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Organization of Neurons

During my ballet class today, I was thinking about how my muscles are so used to the moves we do everyday in class. After taking ballet classes for 15 years, I feel that my muscles have not only developed to give me the most power for dancing, but they are also trained to perform in ways that will be most effective for helping me be a better dancer. My muscles have been turning out for so many years, that when I try to bend them normally when my feet are pointed forward, they try to compensate for the constant turnout and bend inward. My muscles have been trained to do certain ballet moves throughout the years that I have studied ballet; they have memory through repetition. Now, I believe this memory is a reallocation of my neurons not the change of their abilities or formation of new neurons. Nervous tissue does not regenerate as easily as other tissue in the body does, and therefore growing more neurons is not a viable explanation for my muscle memory. As we discussed in class, action potentials are the same throughout the nervous system. This means that there is no specific action potential responsible for the ability of my muscles to do an intricate ballet move without much thought. So, this makes me believe that the organization of these action potentials through repetition affects is responsible for my muscle memory.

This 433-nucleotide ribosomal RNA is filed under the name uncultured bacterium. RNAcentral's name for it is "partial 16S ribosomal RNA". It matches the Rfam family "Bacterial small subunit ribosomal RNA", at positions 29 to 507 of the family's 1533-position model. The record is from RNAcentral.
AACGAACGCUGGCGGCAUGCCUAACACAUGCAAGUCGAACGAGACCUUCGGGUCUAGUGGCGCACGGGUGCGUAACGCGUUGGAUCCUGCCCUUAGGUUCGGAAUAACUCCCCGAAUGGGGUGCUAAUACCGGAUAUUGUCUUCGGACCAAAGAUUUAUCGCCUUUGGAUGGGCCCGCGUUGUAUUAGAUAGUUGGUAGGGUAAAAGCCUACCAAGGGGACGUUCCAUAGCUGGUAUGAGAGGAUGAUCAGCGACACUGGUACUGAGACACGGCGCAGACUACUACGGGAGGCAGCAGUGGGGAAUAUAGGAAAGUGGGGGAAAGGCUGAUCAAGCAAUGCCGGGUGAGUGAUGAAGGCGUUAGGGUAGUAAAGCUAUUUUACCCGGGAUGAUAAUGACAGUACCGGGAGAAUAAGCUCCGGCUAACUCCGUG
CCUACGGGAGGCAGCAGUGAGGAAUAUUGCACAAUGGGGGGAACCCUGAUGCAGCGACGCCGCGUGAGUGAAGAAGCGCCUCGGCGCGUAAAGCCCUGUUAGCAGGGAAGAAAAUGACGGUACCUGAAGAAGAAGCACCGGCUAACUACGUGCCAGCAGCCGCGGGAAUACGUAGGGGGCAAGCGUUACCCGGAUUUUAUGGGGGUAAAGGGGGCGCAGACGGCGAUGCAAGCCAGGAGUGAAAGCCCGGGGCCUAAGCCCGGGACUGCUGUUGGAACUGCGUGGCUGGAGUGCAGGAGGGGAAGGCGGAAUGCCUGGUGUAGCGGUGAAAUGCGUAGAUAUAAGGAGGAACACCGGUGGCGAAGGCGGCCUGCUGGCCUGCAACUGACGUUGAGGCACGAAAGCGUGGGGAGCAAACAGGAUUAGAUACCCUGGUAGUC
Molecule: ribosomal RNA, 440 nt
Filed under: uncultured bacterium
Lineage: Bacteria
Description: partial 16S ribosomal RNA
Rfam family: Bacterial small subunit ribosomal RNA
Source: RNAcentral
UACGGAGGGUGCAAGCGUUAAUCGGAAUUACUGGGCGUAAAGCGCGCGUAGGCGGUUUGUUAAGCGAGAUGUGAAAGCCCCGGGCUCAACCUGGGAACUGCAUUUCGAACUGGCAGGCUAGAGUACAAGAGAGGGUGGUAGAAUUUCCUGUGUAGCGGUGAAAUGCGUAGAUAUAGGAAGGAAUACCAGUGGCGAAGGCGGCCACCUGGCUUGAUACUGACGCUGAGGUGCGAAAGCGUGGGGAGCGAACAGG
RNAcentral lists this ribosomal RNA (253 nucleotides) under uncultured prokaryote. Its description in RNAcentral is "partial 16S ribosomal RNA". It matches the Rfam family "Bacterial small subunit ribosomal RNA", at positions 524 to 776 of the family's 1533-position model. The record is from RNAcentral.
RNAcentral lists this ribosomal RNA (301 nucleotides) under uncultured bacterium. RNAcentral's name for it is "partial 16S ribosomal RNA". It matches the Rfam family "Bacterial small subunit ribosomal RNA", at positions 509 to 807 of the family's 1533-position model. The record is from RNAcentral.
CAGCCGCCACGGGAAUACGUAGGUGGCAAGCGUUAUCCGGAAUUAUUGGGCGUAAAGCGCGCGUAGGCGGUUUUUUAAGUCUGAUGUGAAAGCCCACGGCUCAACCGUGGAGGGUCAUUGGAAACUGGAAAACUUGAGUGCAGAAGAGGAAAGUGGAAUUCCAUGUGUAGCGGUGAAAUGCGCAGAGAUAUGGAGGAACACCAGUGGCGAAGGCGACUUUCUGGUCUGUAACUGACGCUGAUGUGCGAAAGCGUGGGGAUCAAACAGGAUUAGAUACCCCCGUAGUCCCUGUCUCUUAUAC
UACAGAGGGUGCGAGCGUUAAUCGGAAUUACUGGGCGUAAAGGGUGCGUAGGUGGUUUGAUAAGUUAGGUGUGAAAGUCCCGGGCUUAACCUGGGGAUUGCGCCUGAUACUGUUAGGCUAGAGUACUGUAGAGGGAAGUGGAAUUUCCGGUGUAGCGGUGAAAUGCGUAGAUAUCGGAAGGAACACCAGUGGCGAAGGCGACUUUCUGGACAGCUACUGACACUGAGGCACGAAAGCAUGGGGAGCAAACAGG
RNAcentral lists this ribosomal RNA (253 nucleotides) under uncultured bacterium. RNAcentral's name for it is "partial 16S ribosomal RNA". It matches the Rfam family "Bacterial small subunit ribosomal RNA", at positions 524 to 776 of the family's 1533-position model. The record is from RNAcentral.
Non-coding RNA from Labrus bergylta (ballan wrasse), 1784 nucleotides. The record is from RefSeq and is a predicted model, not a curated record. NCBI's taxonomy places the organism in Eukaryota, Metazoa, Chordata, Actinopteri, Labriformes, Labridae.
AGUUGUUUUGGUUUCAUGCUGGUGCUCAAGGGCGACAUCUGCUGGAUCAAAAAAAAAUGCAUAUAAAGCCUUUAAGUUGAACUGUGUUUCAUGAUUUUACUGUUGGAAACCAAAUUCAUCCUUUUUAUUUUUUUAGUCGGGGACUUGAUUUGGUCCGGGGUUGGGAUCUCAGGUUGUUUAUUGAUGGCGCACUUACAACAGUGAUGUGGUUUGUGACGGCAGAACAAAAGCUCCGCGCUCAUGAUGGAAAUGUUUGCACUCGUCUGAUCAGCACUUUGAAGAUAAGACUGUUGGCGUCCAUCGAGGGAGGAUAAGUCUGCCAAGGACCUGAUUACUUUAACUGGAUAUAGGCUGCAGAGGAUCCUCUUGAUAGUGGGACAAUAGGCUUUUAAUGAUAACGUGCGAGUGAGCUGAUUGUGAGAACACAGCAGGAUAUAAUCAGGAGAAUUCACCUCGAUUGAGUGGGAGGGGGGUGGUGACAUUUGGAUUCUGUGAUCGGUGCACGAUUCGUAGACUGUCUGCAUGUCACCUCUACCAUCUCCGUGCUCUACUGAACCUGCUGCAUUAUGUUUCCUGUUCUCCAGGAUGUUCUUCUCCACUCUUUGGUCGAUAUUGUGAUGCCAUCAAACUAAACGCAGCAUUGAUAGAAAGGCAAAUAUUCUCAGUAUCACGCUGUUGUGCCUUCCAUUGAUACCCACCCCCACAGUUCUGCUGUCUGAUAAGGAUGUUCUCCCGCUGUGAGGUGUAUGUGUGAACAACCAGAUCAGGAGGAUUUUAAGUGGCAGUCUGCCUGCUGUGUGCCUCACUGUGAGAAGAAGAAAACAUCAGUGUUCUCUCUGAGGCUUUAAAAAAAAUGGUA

Now, what about remembering song lyrics, poems, memorized verses etc.? During my English class last year, we were told to pick a Shakespearean sonnet to memorize and recite for the class. I spent at least a week memorizing a fourteen line poem that I would recite only once in my life, hopefully. My neurons reorganized themselves during that week while I was memorizing the sonnet, and when it came time to recite it in class, I had no problem. A few weeks later, without warning our teacher told us to repeat the sonnet. I stumbled through the first few lines, and could not remember the rest of them. The neurons in my brain, without constant repetition reorganized themselves and went back to their original state, before I had memorized the sonnet.


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